Banging out the Bucketlist – The Actun Tunichil Muknal (ATM) Cave in Belize

Imagine a journey through the rain forest of Belize, crossing multiple wide streams and swimming up into the narrow month of the cave only to begin a slippery descent into the dark Mayan underworld where over a thousand years ago, on the very place you stand they gathered for ceremonial human sacrifices.  If that doesn’t frighten you enough you also get to share the cave with bats, spiders, and ancient scorpion-like amblypygi. Now you are experiencing the ATM Cave

Actun Tunichil Muknal, or the “Cave of the Stone Sepulchre” (ATM Cave) was on our bucketlist ever since we visited Belize for our honeymoon in 2014.  Researching the tour and reading about others descriptions got our heart beating and our nerves racing.  But life is an adventure and you should do things you’re scared of to truly live.  Now that we have conquered I must say it should be on everyone’s bucketlist!

The day of our tour called for a down pour of rain, which ultimately fills up both the streams and the cave creating high water levels.  Hearing rain in the forecast we grew anxious that we were going to get more of an adventure than we bargained for.

Journey from San Ignacio to ATM Cave

This cave is a 45 minute drive from San Ignacio.   At this point it’s sprinkling, and once we are on the small bus heading out to the cave site a torrential downpour ensues!  We turn down a narrow unpaved road towards the Tapir Mountain Nature Reserve (cave cite location) and our bus driver speeds through the muddy and wet terrain.  Our guide tries to point out and describe the progressive Mennonite settlements as well as the Amish, which are prominent in the area due to the lush farmland.  We struggle to pay attention as we race through the wilderness and the rain continues to fall, hoping the bus doesn’t tip we start getting super nervous that the cave is going to be full of water and we are going to have to hike in the bucketing rain. CAN WE TURN BACK?

Arriving at the Reserve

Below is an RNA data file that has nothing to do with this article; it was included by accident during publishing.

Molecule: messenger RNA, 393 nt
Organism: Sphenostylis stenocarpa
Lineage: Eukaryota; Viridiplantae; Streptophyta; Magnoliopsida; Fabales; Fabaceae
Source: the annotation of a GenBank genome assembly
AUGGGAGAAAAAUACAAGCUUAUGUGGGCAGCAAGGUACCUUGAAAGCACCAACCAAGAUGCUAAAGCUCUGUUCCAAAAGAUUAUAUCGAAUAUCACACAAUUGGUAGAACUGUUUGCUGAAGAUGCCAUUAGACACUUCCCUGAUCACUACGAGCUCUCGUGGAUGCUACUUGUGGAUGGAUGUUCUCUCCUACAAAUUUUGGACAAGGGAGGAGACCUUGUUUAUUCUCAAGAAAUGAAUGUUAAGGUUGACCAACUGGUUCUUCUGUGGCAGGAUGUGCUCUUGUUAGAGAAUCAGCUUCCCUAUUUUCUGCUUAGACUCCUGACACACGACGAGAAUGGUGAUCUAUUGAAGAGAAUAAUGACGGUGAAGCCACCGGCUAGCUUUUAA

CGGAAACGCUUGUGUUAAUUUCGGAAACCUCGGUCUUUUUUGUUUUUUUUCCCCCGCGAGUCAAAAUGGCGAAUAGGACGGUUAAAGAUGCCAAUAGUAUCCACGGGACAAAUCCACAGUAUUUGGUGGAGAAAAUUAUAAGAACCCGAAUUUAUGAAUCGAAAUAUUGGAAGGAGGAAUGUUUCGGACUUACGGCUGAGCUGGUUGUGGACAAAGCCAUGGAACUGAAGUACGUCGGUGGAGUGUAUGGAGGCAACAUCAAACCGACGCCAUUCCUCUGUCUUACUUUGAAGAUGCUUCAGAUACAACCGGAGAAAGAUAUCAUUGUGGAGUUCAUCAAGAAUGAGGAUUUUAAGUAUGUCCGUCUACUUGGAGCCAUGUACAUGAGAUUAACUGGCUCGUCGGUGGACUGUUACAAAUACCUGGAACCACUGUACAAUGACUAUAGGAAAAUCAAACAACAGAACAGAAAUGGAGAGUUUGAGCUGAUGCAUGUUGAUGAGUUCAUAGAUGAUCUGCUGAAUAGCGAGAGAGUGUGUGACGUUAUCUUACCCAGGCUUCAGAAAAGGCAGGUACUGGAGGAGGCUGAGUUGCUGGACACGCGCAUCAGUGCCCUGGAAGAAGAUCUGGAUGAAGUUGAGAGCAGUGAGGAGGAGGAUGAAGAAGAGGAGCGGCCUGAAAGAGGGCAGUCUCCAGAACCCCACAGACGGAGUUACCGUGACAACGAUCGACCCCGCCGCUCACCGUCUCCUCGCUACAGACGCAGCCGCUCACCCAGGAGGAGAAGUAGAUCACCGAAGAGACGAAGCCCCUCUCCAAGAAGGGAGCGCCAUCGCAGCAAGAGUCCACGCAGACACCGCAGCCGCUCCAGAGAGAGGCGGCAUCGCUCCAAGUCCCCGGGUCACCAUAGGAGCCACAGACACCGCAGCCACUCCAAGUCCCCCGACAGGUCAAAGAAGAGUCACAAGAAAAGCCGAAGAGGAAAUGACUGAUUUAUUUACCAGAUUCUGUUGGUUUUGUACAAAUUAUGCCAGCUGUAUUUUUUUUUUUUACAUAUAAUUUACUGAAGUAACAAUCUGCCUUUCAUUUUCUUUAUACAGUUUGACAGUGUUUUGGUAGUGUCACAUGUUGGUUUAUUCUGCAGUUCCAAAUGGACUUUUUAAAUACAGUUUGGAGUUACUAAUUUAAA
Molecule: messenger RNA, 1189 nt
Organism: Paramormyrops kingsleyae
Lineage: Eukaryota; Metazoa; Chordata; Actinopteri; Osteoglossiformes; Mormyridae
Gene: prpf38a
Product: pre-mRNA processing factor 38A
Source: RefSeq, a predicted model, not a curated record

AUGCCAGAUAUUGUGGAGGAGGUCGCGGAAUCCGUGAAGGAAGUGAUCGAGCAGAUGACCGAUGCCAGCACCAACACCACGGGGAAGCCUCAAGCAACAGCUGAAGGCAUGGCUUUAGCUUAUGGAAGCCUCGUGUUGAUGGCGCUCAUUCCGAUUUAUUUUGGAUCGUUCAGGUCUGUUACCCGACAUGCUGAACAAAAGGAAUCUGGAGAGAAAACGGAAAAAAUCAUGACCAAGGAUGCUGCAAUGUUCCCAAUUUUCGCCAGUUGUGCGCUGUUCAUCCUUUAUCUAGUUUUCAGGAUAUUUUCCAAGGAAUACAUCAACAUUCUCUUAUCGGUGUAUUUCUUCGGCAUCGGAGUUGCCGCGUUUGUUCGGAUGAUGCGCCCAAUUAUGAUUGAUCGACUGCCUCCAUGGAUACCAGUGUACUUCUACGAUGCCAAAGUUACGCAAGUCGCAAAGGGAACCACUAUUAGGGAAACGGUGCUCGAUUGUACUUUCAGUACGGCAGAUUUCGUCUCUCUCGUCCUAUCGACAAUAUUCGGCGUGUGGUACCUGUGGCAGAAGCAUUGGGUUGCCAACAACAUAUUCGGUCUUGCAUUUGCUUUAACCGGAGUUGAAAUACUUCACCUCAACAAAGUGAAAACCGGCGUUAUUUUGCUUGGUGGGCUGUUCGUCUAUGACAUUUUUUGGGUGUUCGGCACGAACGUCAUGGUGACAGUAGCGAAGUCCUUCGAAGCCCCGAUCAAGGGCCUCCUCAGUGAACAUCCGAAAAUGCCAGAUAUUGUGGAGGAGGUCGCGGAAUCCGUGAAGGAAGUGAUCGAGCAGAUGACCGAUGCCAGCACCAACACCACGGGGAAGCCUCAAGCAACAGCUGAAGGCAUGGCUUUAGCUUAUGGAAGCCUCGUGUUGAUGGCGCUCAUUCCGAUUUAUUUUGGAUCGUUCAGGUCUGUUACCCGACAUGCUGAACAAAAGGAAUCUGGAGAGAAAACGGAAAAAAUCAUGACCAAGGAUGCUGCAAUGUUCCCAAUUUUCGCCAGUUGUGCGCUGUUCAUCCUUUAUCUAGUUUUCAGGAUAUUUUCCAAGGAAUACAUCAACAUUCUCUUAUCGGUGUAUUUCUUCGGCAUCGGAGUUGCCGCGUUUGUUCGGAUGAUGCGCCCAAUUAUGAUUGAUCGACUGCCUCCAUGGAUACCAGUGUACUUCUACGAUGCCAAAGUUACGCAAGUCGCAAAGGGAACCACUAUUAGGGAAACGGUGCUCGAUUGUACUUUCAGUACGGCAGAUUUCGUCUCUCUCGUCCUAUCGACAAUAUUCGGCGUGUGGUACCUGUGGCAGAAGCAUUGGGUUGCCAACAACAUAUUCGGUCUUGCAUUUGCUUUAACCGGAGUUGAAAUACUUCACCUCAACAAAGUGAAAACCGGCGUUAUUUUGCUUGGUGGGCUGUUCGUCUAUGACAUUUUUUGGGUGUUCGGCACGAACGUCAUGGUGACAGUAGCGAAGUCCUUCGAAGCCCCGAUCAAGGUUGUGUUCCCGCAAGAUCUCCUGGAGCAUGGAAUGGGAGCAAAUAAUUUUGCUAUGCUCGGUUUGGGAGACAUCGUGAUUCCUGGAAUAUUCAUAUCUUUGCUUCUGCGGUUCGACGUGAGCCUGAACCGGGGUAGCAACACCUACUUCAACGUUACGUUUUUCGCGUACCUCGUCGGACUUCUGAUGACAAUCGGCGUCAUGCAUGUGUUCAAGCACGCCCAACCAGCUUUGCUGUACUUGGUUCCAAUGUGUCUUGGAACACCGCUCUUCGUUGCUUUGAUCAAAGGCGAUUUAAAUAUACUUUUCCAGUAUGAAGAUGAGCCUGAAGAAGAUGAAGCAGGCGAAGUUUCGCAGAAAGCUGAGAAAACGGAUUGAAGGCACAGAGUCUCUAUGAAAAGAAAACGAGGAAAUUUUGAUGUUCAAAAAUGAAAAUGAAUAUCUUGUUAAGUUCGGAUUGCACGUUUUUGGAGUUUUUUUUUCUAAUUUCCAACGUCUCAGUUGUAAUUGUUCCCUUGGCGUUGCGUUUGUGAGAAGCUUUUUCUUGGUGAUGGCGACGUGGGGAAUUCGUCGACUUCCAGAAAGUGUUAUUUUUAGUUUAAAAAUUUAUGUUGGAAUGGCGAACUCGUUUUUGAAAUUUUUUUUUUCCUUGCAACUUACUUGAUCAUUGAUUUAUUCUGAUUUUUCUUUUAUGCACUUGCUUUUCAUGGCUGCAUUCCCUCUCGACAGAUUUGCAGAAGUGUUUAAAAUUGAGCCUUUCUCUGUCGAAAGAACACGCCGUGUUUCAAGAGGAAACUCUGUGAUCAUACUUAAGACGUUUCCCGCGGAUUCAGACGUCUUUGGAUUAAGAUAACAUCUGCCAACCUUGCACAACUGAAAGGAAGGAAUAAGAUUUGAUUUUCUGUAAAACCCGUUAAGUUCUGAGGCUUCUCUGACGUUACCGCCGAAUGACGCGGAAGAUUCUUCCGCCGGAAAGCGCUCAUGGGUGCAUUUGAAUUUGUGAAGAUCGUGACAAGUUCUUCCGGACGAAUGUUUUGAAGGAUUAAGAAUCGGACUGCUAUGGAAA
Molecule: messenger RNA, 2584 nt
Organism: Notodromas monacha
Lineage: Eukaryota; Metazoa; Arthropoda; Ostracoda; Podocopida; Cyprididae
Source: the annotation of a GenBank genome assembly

Once we arrive at the ranger post of the reserve, the rain still coming down, it’s time to get out and tramp through the jungle. Our guide gives us the old ok guys we are going to need life jackets today. Johnny looks at me and we are thinking the same thing, ohh crap…We get our helmets and life jacket on and leave the bus and civilization behind.  We tramp through the rain and jungle immediately drenched.  The thing about Belize is that it’s in the rain forest which is warm and the rain isn’t cold.  Walking around soaked was surprisingly not uncomfortable and once we were already wet and enjoying the beauty of the jungle we began to relax, clearing our minds and not thinking of the what ifs.  We swam across two widespread rivers leading up to the cave entrance (both have ropes to lead you across).

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Banging out the Bucketlist – The Actun Tunichil Muknal (ATM) Cave in Belize

Imagine a journey through the rain forest of Belize, crossing multiple wide streams and swimming up into the narrow month of the cave only to begin a slippery descent into the dark Mayan underworld where over a thousand years ago, on the very place you stand they gathered for ceremonial human sacrifices.  If that doesn’t frighten you enough you also get to share the cave with bats, spiders, and ancient scorpion-like amblypygi. Now you are experiencing the ATM Cave

Actun Tunichil Muknal, or the “Cave of the Stone Sepulchre” (ATM Cave) was on our bucketlist ever since we visited Belize for our honeymoon in 2014.  Researching the tour and reading about others descriptions got our heart beating and our nerves racing.  But life is an adventure and you should do things you’re scared of to truly live.  Now that we have conquered I must say it should be on everyone’s bucketlist!